Optimistically, Sueleen practices her act in her room - she awkwardly adopts the mannerisms and postures of other singers, and stuffs her bra with thick, white athletic socks to enhance her breasts:
Hi. My name's Sueleen Gay. And I'm here to sing you all a couple of songs tonight that I wrote. And I sure hope you're gonna enjoy 'em, honey, 'cause I know I'm gonna enjoy singin' 'em to ya. The first one I'm gonna sing tonight is called "Let Me Be The One."
The dumb, groupie-following L.A. Joan leaves the hospital with Bud Hamilton, while disregarding her uncle and ignoring a visit to the room of her deathly-sick aunt. Outside the "Old Time Pickin' Parlor" [similar to Hollywood's 'Whiskey A-Go-Go'] that features Live Bluegrass Music (and has a wall poster of J. F. Kennedy), young female supporters of Walker's campaign, each wearing red-white-blue outfits, pester an occupant of a car with posters. Wade, Tommy Brown, Haven (sanctimoniously drinking white milk compared to everyone else's beers), Bill and Mary, and Kenny (who "looks like Howdy Doody" according to Mary) are entertained by the Misty Mountain Boys. [The back of Kenny's jacket reveals that he is a Vocational Agricultural student from Columbus, Ohio.]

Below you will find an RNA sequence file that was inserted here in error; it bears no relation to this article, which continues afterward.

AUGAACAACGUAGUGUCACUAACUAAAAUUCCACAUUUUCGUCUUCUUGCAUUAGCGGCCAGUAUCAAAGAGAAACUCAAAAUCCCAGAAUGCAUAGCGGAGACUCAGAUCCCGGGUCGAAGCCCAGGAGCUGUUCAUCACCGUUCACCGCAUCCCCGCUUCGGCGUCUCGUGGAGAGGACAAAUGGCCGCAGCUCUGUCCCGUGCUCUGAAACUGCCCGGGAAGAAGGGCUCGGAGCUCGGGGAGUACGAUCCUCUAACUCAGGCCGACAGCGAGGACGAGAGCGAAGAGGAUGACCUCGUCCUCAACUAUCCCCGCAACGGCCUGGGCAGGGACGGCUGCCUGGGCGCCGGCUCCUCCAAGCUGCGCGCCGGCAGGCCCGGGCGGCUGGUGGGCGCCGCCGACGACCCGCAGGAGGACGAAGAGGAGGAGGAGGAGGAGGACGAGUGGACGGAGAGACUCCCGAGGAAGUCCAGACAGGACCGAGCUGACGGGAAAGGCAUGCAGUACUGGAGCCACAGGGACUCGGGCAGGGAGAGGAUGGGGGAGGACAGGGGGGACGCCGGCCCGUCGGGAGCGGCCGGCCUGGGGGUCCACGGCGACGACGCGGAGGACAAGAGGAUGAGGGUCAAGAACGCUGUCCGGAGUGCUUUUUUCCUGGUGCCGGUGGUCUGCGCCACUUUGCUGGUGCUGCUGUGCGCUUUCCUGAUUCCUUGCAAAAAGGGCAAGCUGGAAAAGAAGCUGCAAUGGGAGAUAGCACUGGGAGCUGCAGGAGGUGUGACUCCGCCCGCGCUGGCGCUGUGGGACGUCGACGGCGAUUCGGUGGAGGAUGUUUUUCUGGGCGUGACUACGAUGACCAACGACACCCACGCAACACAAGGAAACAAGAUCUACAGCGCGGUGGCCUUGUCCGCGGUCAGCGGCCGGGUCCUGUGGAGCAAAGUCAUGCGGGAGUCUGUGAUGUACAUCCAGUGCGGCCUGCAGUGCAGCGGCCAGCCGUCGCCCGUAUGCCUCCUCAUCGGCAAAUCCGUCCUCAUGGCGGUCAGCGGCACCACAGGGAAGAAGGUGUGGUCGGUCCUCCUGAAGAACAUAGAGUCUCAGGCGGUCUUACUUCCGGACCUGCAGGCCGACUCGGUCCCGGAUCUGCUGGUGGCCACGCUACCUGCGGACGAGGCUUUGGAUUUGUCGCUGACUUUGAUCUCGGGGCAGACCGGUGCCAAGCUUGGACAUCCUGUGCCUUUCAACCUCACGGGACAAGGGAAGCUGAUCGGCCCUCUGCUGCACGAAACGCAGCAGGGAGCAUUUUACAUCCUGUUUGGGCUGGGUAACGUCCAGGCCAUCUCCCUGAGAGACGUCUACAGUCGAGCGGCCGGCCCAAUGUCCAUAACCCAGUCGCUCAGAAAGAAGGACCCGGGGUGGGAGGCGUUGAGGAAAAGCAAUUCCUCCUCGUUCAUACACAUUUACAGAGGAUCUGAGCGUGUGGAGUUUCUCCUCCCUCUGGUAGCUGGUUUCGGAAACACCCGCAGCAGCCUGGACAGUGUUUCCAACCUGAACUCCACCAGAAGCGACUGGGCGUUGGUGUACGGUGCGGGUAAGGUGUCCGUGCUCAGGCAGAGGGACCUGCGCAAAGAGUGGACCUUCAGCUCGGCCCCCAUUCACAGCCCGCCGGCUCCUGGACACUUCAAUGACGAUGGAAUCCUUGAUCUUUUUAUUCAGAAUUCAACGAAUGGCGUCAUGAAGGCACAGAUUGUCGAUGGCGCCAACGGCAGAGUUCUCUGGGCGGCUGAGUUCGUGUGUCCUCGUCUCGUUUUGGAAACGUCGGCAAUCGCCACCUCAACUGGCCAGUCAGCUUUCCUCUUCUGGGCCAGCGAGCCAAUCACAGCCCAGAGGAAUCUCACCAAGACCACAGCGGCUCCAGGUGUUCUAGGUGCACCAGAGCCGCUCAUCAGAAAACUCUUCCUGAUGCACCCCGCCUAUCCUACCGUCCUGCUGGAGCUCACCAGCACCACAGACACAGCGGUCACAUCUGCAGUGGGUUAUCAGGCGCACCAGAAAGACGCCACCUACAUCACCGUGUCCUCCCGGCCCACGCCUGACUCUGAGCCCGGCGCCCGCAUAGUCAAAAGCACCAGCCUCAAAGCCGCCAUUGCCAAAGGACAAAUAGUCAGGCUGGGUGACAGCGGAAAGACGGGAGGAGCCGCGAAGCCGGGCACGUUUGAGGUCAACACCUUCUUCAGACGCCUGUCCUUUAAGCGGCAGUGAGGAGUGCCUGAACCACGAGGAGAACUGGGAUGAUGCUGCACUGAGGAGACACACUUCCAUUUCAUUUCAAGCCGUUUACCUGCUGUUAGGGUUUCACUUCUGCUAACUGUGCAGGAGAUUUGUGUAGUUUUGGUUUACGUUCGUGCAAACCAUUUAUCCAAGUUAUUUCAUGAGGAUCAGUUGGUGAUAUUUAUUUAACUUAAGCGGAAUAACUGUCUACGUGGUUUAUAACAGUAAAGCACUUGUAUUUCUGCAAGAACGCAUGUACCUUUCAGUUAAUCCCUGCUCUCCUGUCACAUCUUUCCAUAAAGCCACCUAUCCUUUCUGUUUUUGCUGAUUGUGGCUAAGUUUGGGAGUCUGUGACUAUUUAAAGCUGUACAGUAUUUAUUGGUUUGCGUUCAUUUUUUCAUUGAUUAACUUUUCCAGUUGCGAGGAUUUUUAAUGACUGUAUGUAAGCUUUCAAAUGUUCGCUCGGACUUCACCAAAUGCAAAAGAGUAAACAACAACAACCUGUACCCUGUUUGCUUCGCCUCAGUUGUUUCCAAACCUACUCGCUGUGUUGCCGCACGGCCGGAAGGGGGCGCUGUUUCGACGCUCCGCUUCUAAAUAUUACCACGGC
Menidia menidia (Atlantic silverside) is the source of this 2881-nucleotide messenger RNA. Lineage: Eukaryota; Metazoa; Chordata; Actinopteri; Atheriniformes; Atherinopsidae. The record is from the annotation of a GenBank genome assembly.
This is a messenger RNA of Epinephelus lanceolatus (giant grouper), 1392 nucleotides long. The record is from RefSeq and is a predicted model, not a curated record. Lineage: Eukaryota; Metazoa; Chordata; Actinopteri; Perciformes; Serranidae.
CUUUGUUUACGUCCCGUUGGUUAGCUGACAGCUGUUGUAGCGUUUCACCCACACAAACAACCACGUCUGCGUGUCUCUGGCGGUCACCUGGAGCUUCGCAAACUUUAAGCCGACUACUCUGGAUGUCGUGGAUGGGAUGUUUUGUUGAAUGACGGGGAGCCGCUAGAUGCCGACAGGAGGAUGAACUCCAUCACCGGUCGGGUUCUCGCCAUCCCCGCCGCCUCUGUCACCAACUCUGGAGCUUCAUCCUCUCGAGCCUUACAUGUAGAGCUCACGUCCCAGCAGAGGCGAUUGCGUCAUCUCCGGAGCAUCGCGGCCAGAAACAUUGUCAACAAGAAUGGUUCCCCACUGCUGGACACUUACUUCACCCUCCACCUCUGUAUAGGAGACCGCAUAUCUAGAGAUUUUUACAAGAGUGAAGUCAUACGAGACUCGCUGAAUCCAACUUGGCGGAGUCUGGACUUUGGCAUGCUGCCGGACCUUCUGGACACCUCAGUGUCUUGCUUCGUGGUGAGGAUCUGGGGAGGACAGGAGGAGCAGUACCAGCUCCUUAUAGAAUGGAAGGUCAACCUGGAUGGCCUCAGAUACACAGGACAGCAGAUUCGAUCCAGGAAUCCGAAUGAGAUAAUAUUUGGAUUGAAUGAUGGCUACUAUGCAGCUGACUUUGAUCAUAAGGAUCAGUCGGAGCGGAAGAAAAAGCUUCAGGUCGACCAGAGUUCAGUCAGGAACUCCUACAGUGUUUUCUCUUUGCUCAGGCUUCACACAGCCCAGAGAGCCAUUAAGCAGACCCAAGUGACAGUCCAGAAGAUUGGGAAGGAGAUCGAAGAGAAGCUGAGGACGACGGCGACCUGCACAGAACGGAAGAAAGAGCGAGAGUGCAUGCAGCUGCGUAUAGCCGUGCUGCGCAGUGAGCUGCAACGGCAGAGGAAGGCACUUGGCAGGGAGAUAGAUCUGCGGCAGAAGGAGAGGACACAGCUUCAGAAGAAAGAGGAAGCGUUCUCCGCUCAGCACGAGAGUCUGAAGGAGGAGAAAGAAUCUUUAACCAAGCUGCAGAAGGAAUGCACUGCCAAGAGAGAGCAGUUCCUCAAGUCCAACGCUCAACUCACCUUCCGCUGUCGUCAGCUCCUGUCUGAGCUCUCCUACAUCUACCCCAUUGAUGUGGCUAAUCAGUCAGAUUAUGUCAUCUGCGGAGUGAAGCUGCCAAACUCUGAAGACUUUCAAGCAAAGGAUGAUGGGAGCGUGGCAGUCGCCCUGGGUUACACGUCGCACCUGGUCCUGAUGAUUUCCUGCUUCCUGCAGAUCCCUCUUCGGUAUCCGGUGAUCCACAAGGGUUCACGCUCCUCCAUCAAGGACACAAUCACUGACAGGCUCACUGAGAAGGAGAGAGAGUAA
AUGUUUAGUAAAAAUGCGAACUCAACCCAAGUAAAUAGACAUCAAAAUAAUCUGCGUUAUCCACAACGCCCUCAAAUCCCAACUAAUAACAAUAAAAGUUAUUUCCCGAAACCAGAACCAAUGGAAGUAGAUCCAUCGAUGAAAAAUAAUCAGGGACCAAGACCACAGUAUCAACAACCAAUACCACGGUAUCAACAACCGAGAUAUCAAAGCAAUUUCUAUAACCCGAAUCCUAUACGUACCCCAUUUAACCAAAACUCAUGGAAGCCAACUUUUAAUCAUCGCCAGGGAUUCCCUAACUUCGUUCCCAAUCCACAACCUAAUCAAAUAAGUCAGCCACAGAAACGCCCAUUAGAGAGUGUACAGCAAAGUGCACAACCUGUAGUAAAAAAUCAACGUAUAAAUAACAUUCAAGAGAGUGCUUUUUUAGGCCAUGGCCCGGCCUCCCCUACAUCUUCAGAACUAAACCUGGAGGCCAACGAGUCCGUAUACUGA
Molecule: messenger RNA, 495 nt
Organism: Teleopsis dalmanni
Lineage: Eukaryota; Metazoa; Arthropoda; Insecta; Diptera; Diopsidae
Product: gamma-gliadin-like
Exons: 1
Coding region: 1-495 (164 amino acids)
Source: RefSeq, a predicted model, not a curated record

Lady Pearl presides over and manages the club - during a break, she introduces the local talent, including popular black singer Tommy Brown. Wade accuses Brown of being a traitor: "He's the whitest nigger in town." Innocent and mild at this point in the film, Kenny accidentally gets into the middle of the precipitated violence and is thrown to the floor. Lady Pearl threatens to stop the fighting brought about by Wade's insult: "Nigger boy, I got two guns here" - they're plastic squirt guns.
At another night spot tavern - Deemen's Den - Trout (Merle Kilgore), the proprietor/bartender lets local amateur talent take the stage in exchange for beers - the Smokey Mountain Laurel singers (Sheila Bailey and Patti Bryant) perform "Down to the River." Albuquerque's distraught husband (who has lost his star-seeking wife) is at the bar drinking a beer, seated next to his departed wife's counterpart - another aspiring singer Sueleen. Tom and Opal, L.A. Joan and Bud, and the grinning, yellow goggle-eyedTricycle Man are also in the audience. Trout is overhead on the soundtrack describing the kinds of people who support Walker: